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Energy Efficiency Army surveillance drones could use thermoelectric technology

Published on June 28th, 2013 | by Tina Casey

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Army Surveillance Drone Mashup With Thermoelectricity

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June 28th, 2013 by
 
No wonder the Army is so excited about thermoelectric technology, it’s the perfect energy scavenging system for those new surveillance drones you’ve been reading so much about. With a high power density and freedom from maintenance due to their lack of moving parts, thermoelectric systems are lightweight, durable, miniaturizable and above all, silent. As for matching the technology with the temperature extremes that lend themselves to thermoelectric conversion, Army surveillance drones are perfect for that, too. Come to think of it, just about any kind of drone is. Run for the hills!

Army surveillance drones could use thermoelectric technology

Drone launch (cropped) courtesy of California National Guard.

The Thermoelectric Angle

When exposed to heat on one side and cold on the other, certain materials create an electrical charge, and that’s the basic idea behind thermoelectric systems.

In the context of President Obama’s climate speech earlier this week, thermoelectricity could play a huge role in the transition to advanced energy systems. In addition to lending itself to harvesting waste energy from moving vehicle tailpipes, thermoelectricity can be used to recapture energy from stationary sources such as factory equipment, power generating facilities and elevator motors. There are numerous potential applications in outer space as well.

The Obama Administration is already all over thermoelectric research with the launch of a massive, sprawling initiative involving several federal laboratories and academic research institutes.

Another big player in the thermoelectric game is GM, which is working on a system that will enable cars to “eat” their own exhaust. Another one is the company Gentherm, which last year won $1.55 million in contract modifications from the Department of Energy to adapt its light-vehicle thermoelectric system to heavy vehicles.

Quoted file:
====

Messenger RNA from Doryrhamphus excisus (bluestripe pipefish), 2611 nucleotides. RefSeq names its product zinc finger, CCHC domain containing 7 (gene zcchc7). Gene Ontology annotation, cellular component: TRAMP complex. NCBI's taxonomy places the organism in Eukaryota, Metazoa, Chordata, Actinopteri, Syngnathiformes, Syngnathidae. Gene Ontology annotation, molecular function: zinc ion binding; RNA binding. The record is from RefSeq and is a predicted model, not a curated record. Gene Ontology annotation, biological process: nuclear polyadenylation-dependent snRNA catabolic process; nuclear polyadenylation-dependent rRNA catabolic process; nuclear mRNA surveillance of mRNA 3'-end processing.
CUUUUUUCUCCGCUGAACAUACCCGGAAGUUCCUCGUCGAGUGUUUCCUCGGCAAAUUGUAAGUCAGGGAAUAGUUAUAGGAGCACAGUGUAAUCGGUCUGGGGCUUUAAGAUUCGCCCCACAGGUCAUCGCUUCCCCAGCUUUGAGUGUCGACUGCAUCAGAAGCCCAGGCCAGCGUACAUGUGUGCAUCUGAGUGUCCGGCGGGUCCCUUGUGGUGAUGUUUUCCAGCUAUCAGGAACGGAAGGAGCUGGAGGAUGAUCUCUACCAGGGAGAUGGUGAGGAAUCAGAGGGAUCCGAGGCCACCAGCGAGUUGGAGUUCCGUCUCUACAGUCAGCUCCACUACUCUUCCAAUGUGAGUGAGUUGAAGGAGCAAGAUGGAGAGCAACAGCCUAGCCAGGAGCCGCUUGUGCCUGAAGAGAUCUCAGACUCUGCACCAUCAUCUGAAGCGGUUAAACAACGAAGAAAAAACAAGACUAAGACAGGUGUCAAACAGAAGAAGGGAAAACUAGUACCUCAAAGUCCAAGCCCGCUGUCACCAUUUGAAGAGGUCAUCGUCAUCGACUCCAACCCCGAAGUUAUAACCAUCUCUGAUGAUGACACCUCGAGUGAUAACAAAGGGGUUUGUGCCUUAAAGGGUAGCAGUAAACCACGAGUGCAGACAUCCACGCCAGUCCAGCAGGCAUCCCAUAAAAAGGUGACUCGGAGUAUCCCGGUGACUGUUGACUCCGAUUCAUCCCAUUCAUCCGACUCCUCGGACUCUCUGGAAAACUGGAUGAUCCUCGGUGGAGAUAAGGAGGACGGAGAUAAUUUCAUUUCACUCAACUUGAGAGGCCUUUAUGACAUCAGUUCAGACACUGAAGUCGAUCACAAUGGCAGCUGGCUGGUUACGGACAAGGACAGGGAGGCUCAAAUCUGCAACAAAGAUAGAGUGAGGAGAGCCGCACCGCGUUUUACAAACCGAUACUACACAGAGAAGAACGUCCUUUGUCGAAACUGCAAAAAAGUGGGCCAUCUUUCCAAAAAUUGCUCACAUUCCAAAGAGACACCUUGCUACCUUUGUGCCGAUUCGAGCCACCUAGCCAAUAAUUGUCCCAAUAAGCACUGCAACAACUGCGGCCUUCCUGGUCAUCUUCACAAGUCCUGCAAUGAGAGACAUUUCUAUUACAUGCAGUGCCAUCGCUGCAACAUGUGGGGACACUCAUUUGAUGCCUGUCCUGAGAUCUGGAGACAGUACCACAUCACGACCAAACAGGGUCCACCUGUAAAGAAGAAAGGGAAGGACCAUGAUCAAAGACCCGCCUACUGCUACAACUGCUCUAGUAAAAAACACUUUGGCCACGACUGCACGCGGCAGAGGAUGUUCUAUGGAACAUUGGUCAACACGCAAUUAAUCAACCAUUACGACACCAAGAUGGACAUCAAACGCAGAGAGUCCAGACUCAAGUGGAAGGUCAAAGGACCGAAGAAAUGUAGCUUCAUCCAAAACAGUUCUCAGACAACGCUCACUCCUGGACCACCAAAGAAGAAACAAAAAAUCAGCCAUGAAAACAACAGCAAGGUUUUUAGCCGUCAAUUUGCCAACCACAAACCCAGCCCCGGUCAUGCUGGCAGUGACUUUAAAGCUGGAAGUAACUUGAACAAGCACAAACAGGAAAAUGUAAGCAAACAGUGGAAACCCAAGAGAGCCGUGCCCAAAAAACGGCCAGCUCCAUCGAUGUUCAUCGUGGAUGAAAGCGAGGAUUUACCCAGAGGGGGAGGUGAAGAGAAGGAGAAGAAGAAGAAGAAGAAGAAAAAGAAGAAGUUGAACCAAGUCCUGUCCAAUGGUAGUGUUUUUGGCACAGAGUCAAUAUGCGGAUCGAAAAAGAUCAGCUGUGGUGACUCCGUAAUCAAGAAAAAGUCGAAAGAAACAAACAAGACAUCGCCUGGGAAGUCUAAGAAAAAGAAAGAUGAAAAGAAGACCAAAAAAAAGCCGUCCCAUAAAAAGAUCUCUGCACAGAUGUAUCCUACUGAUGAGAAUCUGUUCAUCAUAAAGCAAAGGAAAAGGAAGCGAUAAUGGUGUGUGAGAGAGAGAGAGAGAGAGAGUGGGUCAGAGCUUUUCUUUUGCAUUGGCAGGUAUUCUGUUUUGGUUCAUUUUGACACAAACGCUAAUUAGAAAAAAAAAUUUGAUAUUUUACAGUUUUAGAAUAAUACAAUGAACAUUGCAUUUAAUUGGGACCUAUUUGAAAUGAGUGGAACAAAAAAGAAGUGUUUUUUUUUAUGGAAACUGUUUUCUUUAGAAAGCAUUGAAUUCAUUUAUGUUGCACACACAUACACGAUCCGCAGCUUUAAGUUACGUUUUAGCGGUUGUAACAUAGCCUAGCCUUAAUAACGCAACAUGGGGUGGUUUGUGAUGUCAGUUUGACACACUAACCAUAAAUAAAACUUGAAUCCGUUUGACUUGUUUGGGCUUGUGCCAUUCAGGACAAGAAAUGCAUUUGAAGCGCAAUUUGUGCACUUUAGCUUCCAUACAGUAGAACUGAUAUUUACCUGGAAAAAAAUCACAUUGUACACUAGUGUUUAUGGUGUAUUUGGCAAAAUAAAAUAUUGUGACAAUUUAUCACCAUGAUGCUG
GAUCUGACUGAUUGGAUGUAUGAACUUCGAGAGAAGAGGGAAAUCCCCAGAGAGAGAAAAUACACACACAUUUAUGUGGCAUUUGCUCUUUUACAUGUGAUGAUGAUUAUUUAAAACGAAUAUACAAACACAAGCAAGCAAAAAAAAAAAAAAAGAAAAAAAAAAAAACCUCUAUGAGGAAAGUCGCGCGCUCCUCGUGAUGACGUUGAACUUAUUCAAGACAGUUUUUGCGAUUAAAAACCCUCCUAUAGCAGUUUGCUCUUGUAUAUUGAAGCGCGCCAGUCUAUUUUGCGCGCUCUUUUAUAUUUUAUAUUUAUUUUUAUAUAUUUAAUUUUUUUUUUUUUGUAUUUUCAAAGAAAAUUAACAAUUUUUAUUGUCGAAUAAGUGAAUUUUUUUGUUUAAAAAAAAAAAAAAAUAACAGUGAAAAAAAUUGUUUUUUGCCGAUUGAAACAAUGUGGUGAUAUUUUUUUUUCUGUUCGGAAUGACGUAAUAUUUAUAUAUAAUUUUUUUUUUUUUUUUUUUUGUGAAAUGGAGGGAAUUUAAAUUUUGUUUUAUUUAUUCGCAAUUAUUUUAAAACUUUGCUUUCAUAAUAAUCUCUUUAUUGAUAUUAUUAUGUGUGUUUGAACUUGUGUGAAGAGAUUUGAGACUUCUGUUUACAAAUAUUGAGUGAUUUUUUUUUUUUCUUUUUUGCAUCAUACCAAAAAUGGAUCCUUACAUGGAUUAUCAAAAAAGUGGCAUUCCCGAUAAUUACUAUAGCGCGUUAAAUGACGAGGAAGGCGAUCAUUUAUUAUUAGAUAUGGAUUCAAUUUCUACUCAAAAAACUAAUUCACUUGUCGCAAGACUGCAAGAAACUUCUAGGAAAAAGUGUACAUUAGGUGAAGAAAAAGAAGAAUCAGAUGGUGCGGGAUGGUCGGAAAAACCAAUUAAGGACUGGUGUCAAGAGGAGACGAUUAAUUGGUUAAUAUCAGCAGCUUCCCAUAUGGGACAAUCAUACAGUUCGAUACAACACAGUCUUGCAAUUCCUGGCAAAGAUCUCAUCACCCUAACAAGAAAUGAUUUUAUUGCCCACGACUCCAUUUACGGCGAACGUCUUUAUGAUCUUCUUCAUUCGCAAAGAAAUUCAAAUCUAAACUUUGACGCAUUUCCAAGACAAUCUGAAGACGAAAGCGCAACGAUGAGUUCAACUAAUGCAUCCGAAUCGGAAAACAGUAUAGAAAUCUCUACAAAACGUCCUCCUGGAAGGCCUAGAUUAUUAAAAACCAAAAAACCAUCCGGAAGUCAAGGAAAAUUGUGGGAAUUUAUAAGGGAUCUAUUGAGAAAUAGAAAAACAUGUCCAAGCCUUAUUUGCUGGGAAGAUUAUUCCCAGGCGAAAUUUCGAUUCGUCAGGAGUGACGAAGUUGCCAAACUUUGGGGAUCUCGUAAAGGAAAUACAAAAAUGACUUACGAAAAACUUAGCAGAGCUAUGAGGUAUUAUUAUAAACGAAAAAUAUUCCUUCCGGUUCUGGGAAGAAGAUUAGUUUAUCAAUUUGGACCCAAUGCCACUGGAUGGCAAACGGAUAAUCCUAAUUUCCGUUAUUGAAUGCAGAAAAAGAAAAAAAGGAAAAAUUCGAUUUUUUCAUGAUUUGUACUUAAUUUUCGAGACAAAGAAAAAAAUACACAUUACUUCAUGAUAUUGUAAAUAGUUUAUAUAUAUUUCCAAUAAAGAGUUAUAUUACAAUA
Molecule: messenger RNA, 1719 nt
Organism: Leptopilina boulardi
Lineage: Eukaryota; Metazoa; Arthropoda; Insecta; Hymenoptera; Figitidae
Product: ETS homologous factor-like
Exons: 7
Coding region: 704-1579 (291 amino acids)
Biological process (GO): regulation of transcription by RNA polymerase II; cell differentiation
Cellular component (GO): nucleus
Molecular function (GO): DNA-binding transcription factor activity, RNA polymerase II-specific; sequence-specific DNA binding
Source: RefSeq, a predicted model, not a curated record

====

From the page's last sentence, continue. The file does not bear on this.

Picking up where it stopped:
The Army has been right up there with the front-runners, having already successfully tested a thermoelectric system on an Abrams tank in partnership with Research Triangle Institute International, General Dynamics Land Systems and Creare, Inc.

Army Surveillance Drones And Thermoelectricity

With an eye to applying its thermoelectricity elsewhere, the Army took a “systems engineering” approach to the Abrams tank project, and that brings us to the use of thermoelectric systems in drones.

Drones fit the bill perfectly for thermoelectric waste heat capture, partly because of their exposure to temperature extremes. The Army’s drone of choice for the demonstration is the Shadow Tactical Unmanned Aircraft System manufactured by the company AAI. According to the Army, while the Shadow coasts along at frigid altitudes, the internal tailpipe temperature often exceeds 2,000 degrees Fahrenheit.


In an article published last year, The Army Research Laboratory (ARL), which is spearheading the project, also had this to say about adaptation of ground vehicle thermoelectric systems to drones:

“Thermoelectric power generation is preferred because it directly and simply converts heat to electrical power in a form factor that can be highly miniaturized and made extremely covert…As a matter of fact, applying thermoelectric power generators along the exhaust train of the Shadow will also reduce its infrared signature, and therefore reduce its detect-ability from adversaries.”

As a first step in the project, the ARL team calculated the amount of waste heat available from the drone and applied it to a model thermoelectric system. The results showed enough promise to continue on to the next steps, miniaturization and customization.

In terms of customization, one promising avenue is the use of curved exhaust ducting that optimizes the generation of heat from air inside the duct.

Stay tuned for the next step – or run for the hills!

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About the Author

Tina Casey specializes in military and corporate sustainability, advanced technology, emerging materials, biofuels, and water and wastewater issues. Tina’s articles are reposted frequently on Reuters, Scientific American, and many other sites. Views expressed are her own. Follow her on Twitter @TinaMCasey and Google+.



  • Wayne Williamson

    Interesting application…one thing to keep in mind is that thermocouples are very inefficient and require a large temperature difference.
    That being said, this technology should definitely be pursued.
    Ashraf…I’m pretty sure they don’t work by expansion and contraction…

  • interesting

    could cheap, thin thermoelectric membrane be placed on the backside of PV to absorb/convert the heat to electricity? Probably temps are too low/not enough difference in temp to outside air to capture enough energy to be worth it.

  • Ashraf Abolnoor

    Great,this innovation is great, as a renewable source of energy,no emission ,no noise,when i read about it i remembered the thermo couple when two different metals expose to same temperature ,and expand due to their expand coefficient ,to generate electric signals .to measure a high temperatures.

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